Job Descriptions, Definitions Roles, Responsibility: Medical and Health Services Managers


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Healthcare is a business and, like every other business, it needs good management to keep it running smoothly. The occupation, medical and health services manager, encompasses all individuals who plan, direct, coordinate, and supervise the delivery of healthcare. medical and health services managers include specialists and generalists. Specialists are in charge of specific clinical departments or services, while generalists manage or help to manage an entire facility or system.

The structure and financing of healthcare is changing rapidly. Future medical and health services managers must be prepared to deal with evolving integrated healthcare delivery systems, technological innovations, an increasingly complex regulatory environment, restructuring of work, and an increased focus on preventive care. They will be called upon to improve efficiency in healthcare facilities and the quality of the healthcare provided. Increasingly, medical and health services managers will work in organizations in which they must optimize efficiency of a variety of interrelated services—for example, those ranging from inpatient care to outpatient followup care.

Large facilities usually have several assistant administrators to aid the top administrator and to handle daily decisions. Assistant administrators may direct activities in clinical areas such as nursing, surgery, therapy, medical records, or health information. (Managers in nonhealth areas, such as administrative services, computer and information systems, finance, and human resources, are not included in this statement. For information about them, see the statements on management occupations elsewhere in the Handbook.)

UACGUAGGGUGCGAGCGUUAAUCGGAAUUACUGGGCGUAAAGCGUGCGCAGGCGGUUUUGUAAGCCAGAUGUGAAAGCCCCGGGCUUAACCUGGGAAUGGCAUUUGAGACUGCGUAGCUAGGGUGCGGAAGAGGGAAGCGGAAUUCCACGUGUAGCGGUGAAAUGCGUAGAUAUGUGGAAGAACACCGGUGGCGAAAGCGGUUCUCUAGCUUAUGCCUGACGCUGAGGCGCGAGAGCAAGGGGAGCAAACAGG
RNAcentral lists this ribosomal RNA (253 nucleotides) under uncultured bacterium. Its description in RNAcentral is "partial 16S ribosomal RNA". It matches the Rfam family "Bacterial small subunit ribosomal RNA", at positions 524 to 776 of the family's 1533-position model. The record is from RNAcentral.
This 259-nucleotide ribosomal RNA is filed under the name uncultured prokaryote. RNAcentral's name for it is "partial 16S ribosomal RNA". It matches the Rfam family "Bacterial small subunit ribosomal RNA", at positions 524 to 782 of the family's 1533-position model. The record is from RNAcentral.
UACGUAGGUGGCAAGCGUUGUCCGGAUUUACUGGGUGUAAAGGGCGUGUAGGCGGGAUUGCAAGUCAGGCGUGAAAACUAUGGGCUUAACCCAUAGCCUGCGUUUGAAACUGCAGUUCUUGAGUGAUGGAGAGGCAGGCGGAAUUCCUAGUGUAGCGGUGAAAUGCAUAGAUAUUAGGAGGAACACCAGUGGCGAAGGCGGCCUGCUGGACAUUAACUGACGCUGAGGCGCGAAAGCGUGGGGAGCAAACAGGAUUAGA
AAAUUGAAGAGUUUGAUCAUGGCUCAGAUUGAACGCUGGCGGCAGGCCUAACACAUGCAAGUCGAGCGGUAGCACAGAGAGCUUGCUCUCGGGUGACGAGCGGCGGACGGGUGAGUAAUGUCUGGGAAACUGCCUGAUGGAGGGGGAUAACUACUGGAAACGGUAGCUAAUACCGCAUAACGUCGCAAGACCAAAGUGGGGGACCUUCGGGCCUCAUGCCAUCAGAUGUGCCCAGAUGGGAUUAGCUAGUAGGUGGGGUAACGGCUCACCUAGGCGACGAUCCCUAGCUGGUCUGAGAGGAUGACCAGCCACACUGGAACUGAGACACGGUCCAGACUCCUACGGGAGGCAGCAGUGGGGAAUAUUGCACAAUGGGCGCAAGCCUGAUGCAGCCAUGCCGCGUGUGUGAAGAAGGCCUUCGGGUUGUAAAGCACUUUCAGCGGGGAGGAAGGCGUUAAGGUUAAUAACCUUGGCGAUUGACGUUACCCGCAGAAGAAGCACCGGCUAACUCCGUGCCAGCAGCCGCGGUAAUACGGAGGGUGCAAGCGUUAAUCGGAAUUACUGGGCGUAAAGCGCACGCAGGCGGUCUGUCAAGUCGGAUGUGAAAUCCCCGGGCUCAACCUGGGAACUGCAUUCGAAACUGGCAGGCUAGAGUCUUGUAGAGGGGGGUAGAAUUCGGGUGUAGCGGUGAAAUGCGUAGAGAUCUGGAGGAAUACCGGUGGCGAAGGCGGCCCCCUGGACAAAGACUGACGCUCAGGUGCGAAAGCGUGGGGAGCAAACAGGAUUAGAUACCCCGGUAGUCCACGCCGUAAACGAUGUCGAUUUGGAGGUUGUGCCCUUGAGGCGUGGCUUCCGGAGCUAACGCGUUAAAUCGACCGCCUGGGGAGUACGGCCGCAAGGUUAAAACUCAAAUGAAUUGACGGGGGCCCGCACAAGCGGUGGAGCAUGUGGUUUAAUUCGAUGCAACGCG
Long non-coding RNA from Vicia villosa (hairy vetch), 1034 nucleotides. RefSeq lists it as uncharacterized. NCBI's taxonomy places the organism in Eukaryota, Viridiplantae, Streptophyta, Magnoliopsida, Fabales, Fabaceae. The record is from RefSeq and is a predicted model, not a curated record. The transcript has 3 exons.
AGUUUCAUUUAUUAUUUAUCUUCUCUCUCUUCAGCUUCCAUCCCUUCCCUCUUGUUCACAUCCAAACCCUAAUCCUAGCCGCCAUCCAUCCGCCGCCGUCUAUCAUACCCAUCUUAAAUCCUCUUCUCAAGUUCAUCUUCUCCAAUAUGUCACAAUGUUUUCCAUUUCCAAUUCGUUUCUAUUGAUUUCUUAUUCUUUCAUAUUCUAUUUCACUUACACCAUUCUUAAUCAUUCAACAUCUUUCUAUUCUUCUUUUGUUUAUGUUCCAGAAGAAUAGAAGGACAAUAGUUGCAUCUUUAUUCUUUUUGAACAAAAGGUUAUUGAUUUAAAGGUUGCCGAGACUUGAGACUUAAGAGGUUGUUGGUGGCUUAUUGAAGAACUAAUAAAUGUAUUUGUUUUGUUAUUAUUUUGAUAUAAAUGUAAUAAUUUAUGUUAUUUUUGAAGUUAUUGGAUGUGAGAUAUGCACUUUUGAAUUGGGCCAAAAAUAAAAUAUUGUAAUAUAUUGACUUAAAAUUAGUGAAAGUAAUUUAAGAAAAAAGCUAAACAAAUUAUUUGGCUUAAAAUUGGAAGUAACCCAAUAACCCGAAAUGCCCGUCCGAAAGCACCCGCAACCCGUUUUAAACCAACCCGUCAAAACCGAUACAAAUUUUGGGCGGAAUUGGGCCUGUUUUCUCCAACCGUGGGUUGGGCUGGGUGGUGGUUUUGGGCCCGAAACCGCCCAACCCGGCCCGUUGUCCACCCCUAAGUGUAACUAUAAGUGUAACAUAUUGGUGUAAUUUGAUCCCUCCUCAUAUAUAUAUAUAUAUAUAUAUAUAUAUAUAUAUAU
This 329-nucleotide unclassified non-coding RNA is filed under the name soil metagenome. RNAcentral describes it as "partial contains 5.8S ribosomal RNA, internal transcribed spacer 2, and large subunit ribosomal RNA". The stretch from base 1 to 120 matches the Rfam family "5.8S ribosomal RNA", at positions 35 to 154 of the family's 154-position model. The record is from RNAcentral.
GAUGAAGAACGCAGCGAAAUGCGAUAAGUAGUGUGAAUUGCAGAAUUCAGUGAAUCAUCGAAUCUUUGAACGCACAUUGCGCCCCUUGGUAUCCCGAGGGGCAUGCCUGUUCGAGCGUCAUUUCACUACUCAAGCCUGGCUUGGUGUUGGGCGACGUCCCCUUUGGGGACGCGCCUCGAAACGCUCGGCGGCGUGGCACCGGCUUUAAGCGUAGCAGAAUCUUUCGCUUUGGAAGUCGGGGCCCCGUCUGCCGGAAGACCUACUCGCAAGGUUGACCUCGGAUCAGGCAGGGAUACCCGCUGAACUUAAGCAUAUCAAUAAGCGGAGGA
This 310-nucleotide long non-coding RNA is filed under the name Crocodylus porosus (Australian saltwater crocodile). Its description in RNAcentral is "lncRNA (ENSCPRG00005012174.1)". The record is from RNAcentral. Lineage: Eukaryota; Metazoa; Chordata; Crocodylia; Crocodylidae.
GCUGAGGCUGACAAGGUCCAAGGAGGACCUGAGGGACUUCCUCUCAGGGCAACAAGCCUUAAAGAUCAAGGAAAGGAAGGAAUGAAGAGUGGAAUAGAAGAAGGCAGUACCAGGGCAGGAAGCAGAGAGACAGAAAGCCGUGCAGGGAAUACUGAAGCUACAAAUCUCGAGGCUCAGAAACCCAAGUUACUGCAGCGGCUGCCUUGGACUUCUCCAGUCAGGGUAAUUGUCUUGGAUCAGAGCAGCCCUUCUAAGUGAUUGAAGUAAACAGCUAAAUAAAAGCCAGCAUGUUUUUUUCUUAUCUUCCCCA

In smaller facilities, top administrators handle more of the details of daily operations. For example, many nursing home administrators manage personnel, finance, facility operations, and admissions, and have a larger role in resident care.

Clinical managers have more specific responsibilities than do generalists, and have training or experience in a specific clinical area. For example, directors of physical therapy are experienced physical therapists, and most health information and medical record administrators have a bachelor’s degree in health information or medical record administration. Clinical managers establish and implement policies, objectives, and procedures for their departments; evaluate personnel and work; develop reports and budgets; and coordinate activities with other managers.

In group medical practices, managers work closely with physicians. Whereas an office manager may handle business affairs in small medical groups, leaving policy decisions to the physicians themselves, larger groups usually employ a full-time administrator to help formulate business strategies and coordinate day-to-day business.

A small group of 10 to 15 physicians might employ 1 administrator to oversee personnel matters, billing and collection, budgeting, planning, equipment outlays, and patient flow. A large practice of 40 to 50 physicians may have a chief administrator and several assistants, each responsible for different areas.

Medical and health services managers in managed care settings perform functions similar to those of their counterparts in large group practices, except that they may have larger staffs to manage. In addition, they may do more work in the areas of community outreach and preventive care than do managers of a group practice.

Some medical and health services managers oversee the activities of a number of facilities in health systems. Such systems may contain both inpatient and outpatient facilities and offer a wide range of patient services.







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